Some notable Flava Unit Alumni include DJ Reflex (on-air mixer), DJ Los (on-air mixer), DJ Sourmilk (on-air mixer), DJ Eric-D-Lux and DJ Big Syphe (afternoon on-air talent and mixers), DJ J-Boogie (currently the host of "CW Now", "Yo Momma" on MTV, and the show turned television network for teens TeenNick from Nickelodeon), Mando Fresko (currently late-night on-air talent, TV host for LATV, actor, and model), Krystal Bee (Currently on air during Big Boy's Neighborhood 5am-10am and as a VJ on The Warner Sound music channel), Louie G. (Currently on air during Big Boy's Neighborhood 5am-10am), Junior M. (club promoter and marketing specialist), DJ Class1c & DJ Eddy Xpress (KDAY on-air mixers), DJ Inferno (On-air mixer), and DJ Virman (who would later form the Electropop/Hip-Hop act Far East Movement).

Staff

Current Power 106 DJ's

"The Big Boy's Neighborhood Morning Show" (5-10a)

  • Big Boy
  • Rikki Martinez
  • Krystal Bee
  • Louie G.

10a-3p

  • Yesi Ortiz

3-7p

7p-12a

  • J. Cruz

12-5a

Weekends/Fill-In

  • Jeff G.
  • DJ Eric D-Lux
  • Wendy Carrillo

Mixshow DJs

  • DJ E-Man
  • DJ Reflex
  • DJ Ever
  • DJ Disko Drew
  • DJ Justin Credible
  • DJ Eric D-Lux
  • DJ Coke-E
  • DJ Sourmilk
  • DJ Los
  • DJ Fuze
  • DJ Vick 1
  • DJ P-Jay
  • DJ Ingwell
  • DJ Carisma
  • DJ Epic 12
  • DJ Big Syphe
  • DJ Virman
  • DJ Inferno
  • DJ Vice
  • DJ Echo

Current Station Voices

  • Eric Edwards (The 1st and only voice of Power 106 since the station's debut in 1986)

Former Power 106 DJ's

  • Jay Thomas
  • Monica Brooks
  • Hal "9000" Abrams
  • Patricia "PowerMouth Patty" Lotz
  • Tommy Jackson
  • Buster Bodine
  • Jeffrey "Wyatt On The Radio" Wyatt
  • Al Tavera
  • Brenda Ross
  • Franklin "On The Loose" Lozano
  • Laurie Allen
  • Mucho Morales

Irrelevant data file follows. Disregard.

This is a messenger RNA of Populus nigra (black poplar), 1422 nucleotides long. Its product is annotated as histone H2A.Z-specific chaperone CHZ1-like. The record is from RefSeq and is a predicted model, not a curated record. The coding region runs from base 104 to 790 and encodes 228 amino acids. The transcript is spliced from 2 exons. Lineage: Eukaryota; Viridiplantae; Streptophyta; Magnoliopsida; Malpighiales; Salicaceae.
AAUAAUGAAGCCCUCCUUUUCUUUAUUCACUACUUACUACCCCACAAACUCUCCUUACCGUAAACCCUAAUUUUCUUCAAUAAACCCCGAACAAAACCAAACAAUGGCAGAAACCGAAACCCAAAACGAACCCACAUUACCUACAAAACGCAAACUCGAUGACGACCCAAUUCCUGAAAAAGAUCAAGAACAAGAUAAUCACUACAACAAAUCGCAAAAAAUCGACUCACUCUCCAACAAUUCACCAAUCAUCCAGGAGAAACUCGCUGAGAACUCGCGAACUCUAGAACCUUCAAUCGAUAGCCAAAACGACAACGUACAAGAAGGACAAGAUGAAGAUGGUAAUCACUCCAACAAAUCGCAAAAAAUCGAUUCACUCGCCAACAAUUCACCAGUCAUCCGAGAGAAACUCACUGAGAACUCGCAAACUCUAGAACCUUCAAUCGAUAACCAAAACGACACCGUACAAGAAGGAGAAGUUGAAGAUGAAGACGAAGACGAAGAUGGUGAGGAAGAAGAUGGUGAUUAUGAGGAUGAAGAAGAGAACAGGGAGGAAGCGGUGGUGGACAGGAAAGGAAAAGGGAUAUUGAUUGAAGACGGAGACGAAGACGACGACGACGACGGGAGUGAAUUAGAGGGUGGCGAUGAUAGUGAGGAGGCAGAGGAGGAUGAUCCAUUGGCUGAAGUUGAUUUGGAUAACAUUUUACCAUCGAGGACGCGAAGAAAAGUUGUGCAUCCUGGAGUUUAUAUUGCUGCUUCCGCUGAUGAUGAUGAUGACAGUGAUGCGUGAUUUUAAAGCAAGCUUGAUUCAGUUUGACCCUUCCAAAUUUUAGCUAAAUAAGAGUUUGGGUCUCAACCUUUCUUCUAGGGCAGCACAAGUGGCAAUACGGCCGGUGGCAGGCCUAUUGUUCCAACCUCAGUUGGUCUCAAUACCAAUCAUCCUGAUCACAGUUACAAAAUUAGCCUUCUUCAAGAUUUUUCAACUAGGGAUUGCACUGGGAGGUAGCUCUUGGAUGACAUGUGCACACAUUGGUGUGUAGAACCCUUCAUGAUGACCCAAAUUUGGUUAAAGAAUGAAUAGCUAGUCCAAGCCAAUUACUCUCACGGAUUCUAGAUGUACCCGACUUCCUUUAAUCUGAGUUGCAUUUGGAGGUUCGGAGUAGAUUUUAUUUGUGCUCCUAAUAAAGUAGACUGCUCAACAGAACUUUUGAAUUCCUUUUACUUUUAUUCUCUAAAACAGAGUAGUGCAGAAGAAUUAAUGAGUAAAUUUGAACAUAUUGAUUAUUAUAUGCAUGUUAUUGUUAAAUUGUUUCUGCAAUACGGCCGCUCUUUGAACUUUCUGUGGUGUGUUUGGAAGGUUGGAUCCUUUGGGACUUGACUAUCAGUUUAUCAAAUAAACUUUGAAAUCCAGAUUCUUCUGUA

• Joe Nasty
  • Todd Parker
  • Billy Alexander
  • George Moore
  • Ricky Cummings
  • Deborah Rath
  • Jesse "The Brown Beauty On Duty" Torrero
  • Charlie Huero
  • DJ Boris
  • DJ Chris
  • Geoffrey St. John
  • Tony B.
  • Joseph "The Boomer" Servantez
  • George McFly
  • DJ Richard Vission
  • The Fantastik 4our Crew
  • The Baka Boyz
  • Yolanda "Yo-Yo" Whitaker
  • Calvin "Snoop Dogg" Broadus
  • William "Flavor Flav" Drayton Jr.
  • Elizabeth "Luscious Liz" Hernandez
  • Tattoo
  • DJ J-Boogie
  • DJ Junior M.
  • DJ Class1c
  • DJ Eddy Xpress
  • Fuzzy Fantabulous

Former Station Voices

  • Bobby Ocean

Former Station Jingles

  • TM Studios Creators of the "K-Power!" jingle package that features Chuck Riley on vocals where he rapped on that jingle instead of singing it, that jingle package was such a big hit for fans and jocks of "Power 106", that it was also used for WQHT when they where at 103.5 in 1986 under the name "Hot 103.5" & then "Hot 103" & when they moved to 97.1 in 1988 they recustomized the "K-Power!" jingle package with Chuck saying "Hot 97" on it.
  • JAM Creative Productions Creators of the "Power Up!" jingle package where the JAM jingle singers rapped this jingle instead of singing it, but Chuck decided that he could do the vocals on that package instead of the JAM jingle singers and luckily he did.

Logos

Concerts

  • The PowerJam Concert
  • The PowerHouse Concert
  • The Cali Christmas Concert

References

External links

  • Power 106 official website
  • Power 106 MySpace page
  • KPWR's history as KWST at socalradiohistory.com
  • Query the FCC's FM station database for KPWR
  • Radio-Locator information on KPWR
  • Query Nielsen Audio's FM station database for KPWR

Coordinates: 34°13′37″N 118°04′05″W / 34.227°N 118.068°W / 34.227; -118.068